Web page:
3. Methodological Approaches

Submitted by Michael Rastall | published 8th Aug 2012 | last updated 17th Aug 2012

Using stones to plot forest degradation over time. Photo by Tahia Devisscher (2011)

The analysis in this report seeks to understand the current vulnerability of the system to climate-related threats looking at past trends and coping strategies, as well as at the present conditions. This analysis serves as a basis to explore the future vulnerabilities of the system, which will be part of further research to be conducted in the site. In order to prevent issues that may arise from multiple meanings and interpretations of vulnerability, and in order to avoid using a specific assessment framework that locks the analysis in a particular way of thinking that does not necessarily capture all the conceptualizations of vulnerability, we analyse current vulnerability through the lenses of each one of the dimensions or key attributes described in the section above; namely: system, temporal reference, multiple threats, differential exposure, dynamic process, social networks, agency and collective action.

The analysis of vulnerability in this report focuses mainly on the social aspects of it, including the interplay between the social capital and nature. In this regard, the analysis understands vulnerability processes as rooted in the actions of human actors and the interactions with the nature base on which these actors depend. This analysis is complemented with another study that looks at the state of the ecosystems in the site (with particular focus on forests) and the local governance of forest resources (see Study of REDD+ Feasibility in the TNS Landscape).

A set of methods was used to elicit relevant information for the analysis. Table 1 below lists the methods used to generate information for each vulnerability dimension. The baseline assessment consisted of three stages: 1) a preparatory phase, 2) fieldwork, and 3) a feedback workshop.

Preparatory phase

Before conducting the fieldtrip we first started a preparatory process that involved literature review of documents and data relevant to the TNS landscape, as well as the development of survey questions and the liaison with key stakeholders in the project site. Our local partners, a network of local NGOS called ROSE, worked with us during the preparatory stage to identify key stakeholders and prepare the venue for training and capacity building on the methods we designed to use. Local authorities were also informed of our work and objectives. The first day in the project we visited all the relevant local authorities for a formal introduction.


The approach taken for knowledge elicitation during the fieldwork was participatory, involving in the process different social groups that reside in the sites of analysis. Working in collaboration with ROSE we gathered data, information and knowledge through focus group discussions, participatory observation, participatory mapping, interviews and surveys conducted in the sites. In the first instance, we conducted a two-day training on the participatory methods that involved village chiefs, representatives of the local NGOs and Forest Community Committees. This training helped us to test and refine the methods before their implementation in the sites. Once methods were tested and refined, they were implemented in four sites that represent the system of analysis.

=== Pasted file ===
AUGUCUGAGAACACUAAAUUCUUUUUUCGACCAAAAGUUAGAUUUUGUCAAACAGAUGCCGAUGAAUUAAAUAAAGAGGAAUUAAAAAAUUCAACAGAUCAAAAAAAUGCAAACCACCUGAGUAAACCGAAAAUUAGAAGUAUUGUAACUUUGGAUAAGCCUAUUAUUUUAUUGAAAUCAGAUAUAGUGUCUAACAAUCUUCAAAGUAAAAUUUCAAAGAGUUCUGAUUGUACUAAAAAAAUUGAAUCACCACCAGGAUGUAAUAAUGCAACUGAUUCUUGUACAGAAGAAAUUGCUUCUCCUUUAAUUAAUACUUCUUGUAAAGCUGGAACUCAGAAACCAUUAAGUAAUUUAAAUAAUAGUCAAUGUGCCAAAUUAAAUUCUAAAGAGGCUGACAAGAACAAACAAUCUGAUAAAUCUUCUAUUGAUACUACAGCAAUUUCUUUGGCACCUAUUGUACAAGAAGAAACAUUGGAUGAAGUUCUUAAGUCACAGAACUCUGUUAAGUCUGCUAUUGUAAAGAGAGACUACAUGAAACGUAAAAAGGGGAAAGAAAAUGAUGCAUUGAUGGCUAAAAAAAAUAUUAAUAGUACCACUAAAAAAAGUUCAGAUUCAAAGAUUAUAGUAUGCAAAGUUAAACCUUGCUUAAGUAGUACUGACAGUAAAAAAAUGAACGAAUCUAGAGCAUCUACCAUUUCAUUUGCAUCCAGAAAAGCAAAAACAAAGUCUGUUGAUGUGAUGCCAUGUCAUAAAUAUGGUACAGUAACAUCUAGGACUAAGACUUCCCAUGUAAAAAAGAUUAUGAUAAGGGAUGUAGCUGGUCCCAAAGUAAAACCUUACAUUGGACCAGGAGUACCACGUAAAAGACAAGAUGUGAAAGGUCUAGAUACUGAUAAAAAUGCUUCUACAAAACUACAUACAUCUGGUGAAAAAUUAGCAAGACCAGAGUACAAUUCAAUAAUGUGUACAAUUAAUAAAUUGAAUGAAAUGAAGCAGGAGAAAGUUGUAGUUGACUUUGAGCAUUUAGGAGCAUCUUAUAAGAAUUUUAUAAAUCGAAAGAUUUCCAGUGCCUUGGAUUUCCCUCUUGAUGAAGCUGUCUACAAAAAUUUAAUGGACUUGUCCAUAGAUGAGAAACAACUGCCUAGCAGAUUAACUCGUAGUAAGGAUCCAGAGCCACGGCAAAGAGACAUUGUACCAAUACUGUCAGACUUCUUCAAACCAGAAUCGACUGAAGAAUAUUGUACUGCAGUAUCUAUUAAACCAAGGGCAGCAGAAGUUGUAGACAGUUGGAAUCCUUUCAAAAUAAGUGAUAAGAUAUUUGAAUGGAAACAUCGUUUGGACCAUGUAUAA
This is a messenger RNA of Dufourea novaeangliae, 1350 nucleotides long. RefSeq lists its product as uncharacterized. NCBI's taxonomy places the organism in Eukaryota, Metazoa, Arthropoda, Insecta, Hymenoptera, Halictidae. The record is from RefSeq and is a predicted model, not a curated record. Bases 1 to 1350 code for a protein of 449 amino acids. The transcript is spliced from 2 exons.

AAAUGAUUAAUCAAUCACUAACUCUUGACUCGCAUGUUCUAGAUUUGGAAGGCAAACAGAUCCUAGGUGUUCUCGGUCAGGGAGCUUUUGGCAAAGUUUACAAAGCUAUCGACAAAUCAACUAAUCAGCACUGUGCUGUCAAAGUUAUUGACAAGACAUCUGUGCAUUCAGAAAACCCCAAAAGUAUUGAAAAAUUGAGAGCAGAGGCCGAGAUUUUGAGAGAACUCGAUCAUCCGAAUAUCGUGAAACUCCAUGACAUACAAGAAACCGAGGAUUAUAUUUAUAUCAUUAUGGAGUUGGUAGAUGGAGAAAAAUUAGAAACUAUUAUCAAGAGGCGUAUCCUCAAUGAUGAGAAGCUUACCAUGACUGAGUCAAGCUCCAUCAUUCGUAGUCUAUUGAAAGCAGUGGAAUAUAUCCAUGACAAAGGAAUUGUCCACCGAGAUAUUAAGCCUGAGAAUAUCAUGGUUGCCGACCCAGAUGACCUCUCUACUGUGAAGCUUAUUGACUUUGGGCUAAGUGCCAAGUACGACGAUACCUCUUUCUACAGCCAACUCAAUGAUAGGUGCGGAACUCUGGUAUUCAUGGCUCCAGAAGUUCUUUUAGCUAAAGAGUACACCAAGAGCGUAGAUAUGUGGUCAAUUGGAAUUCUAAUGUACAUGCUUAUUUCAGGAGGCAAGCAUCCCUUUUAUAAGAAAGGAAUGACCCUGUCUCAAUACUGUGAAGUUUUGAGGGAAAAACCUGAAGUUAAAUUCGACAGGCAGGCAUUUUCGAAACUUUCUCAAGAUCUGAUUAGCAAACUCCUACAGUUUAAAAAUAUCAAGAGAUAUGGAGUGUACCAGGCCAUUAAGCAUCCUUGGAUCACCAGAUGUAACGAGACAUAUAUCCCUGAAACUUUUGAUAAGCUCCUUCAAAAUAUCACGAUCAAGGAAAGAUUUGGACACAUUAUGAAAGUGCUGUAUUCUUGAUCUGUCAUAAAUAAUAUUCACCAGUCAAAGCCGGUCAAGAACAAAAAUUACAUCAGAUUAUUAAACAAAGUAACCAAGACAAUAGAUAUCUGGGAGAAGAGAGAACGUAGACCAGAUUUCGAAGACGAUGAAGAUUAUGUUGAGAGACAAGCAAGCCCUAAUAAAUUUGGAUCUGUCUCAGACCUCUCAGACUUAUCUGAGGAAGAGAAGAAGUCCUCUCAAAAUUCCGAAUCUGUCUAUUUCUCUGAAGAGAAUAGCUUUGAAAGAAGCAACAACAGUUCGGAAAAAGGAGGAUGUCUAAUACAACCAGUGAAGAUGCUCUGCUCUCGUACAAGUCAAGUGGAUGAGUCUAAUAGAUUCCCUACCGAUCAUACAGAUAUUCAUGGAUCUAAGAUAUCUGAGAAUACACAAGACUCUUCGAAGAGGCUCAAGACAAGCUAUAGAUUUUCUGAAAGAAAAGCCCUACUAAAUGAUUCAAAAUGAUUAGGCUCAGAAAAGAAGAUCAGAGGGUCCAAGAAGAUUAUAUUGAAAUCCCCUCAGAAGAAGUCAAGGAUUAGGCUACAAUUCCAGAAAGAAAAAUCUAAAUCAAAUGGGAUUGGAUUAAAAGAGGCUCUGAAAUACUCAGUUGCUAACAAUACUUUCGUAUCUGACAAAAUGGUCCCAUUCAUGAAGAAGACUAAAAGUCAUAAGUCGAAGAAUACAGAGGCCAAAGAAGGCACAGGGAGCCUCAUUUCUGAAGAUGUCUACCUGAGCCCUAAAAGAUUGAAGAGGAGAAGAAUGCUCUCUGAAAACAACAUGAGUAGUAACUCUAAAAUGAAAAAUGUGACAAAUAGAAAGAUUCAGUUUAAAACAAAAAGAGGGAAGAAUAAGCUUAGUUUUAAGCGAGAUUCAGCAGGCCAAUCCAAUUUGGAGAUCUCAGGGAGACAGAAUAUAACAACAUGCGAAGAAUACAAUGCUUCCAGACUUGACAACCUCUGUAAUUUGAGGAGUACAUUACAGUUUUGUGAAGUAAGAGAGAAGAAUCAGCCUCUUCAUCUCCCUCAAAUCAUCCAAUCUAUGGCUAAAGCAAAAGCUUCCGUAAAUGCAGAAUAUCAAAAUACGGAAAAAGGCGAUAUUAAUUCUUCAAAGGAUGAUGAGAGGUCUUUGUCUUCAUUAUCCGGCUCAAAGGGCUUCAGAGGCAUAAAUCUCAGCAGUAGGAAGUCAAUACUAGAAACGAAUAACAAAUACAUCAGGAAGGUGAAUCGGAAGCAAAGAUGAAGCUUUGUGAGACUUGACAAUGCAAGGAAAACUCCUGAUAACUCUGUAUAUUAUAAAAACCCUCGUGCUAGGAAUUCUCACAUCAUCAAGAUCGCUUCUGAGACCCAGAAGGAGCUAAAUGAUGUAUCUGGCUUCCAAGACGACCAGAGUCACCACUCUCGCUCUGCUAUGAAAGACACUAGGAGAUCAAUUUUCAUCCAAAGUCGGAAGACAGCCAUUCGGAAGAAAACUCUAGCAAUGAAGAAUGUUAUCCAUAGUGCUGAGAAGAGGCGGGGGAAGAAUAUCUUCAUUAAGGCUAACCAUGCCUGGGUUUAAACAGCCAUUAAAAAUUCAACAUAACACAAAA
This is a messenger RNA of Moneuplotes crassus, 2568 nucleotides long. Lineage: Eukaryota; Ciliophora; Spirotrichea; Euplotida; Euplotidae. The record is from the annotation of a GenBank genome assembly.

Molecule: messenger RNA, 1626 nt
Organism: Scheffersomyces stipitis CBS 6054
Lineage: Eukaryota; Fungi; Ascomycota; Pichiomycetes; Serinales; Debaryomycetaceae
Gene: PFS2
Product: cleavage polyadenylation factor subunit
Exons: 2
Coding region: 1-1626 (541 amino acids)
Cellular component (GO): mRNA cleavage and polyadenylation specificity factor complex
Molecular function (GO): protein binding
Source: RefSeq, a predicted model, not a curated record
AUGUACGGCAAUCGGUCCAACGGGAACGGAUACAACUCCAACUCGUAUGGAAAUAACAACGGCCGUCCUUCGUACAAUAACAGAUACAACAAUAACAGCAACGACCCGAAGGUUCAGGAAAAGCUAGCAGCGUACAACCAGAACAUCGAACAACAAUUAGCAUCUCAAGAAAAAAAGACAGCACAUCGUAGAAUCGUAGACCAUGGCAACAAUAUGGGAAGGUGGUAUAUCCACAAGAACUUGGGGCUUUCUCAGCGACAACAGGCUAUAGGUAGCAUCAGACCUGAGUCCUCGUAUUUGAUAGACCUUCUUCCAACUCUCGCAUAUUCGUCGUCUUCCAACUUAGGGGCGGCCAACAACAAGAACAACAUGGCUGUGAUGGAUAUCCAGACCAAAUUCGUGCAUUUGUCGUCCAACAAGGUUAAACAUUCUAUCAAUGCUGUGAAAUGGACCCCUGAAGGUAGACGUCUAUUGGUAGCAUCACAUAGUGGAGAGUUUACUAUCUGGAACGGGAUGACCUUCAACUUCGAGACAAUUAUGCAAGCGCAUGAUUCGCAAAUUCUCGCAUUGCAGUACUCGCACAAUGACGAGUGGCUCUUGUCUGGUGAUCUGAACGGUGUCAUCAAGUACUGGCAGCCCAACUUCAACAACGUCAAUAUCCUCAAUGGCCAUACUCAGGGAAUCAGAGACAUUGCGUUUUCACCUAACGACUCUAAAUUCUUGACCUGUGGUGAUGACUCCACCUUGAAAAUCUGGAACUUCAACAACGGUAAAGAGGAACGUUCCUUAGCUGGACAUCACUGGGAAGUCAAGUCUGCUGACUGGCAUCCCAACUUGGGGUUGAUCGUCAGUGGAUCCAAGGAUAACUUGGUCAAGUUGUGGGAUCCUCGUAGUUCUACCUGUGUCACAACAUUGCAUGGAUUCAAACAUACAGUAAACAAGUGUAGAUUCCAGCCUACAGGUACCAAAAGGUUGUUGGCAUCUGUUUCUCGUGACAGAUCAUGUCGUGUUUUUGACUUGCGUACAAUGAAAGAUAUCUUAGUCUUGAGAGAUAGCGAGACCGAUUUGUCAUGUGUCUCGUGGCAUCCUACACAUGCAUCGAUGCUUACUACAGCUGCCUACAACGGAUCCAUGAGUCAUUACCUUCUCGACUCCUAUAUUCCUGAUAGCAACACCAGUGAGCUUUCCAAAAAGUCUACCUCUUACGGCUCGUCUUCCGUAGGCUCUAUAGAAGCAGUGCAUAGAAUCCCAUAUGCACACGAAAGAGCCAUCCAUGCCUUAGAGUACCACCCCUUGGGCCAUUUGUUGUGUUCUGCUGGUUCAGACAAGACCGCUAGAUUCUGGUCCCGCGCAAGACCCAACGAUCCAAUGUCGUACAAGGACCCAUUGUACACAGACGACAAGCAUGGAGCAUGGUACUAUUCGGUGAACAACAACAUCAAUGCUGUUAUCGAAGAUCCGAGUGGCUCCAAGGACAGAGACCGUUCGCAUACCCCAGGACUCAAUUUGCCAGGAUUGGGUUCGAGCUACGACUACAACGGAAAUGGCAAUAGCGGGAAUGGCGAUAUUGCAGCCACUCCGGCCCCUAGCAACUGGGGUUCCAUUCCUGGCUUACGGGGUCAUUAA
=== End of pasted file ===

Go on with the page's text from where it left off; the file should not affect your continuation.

Each method used in the baseline assessment involved a different number of participants. The focus group discussions were conducted in the four sites and involved mixed groups of women, men, elderly and young participants. In some instances, we divided the participants in homogeneous groups of men and women in order to gain more balanced participation from both genders. Participants were generally selected by the village chiefs and local partners that supported the fieldtrip activities and were in most part representative of all the ethnic groups in the sites. In addition to focus group discussions where we applied a series of participatory exercises, surveys were conducted in 40 households per site over a total of 3 sites resulting in a sample of 120 households. Two surveys were applied (120 households each): one covering vulnerability perceptions and the other one focusing on REDD+ feasibility. In this analysis we only use the results of the former. Surveys were applied by a team of local supporters that were trained on the sampling technique and the survey questions before conducting the surveys in the 3 sites. 

Feedback workshop

After completing the fieldwork on all the four sites, we conducted a workshop to feed back to the participants the results obtained from the participatory research. This workshop served as a validation exercise and involved mainly village chiefs, local NGO representatives and key stakeholders from the sites engaged in the fieldwork. The workshop was structured in three parts:

  •  Presentation of the results and validation
  •  Introduction to concepts of climate change, adaptation and mitigation
  • Group work for the development of a common vision for local development and management of ecosystems based on current capacities and options to address potential disturbances from climate change and other threats

The group work was distributed in three groups, each of them working on one of the following topics:

  • Organisations and regulations to put in place in order to improve the enforcement of activities which take into consideration possible climate disturbances
  •  Strategies that are compatible with the sustainable management of forests and address possible climate disturbances
  • Capacities needed to improve the social structures that could enhance local development and activities around community forests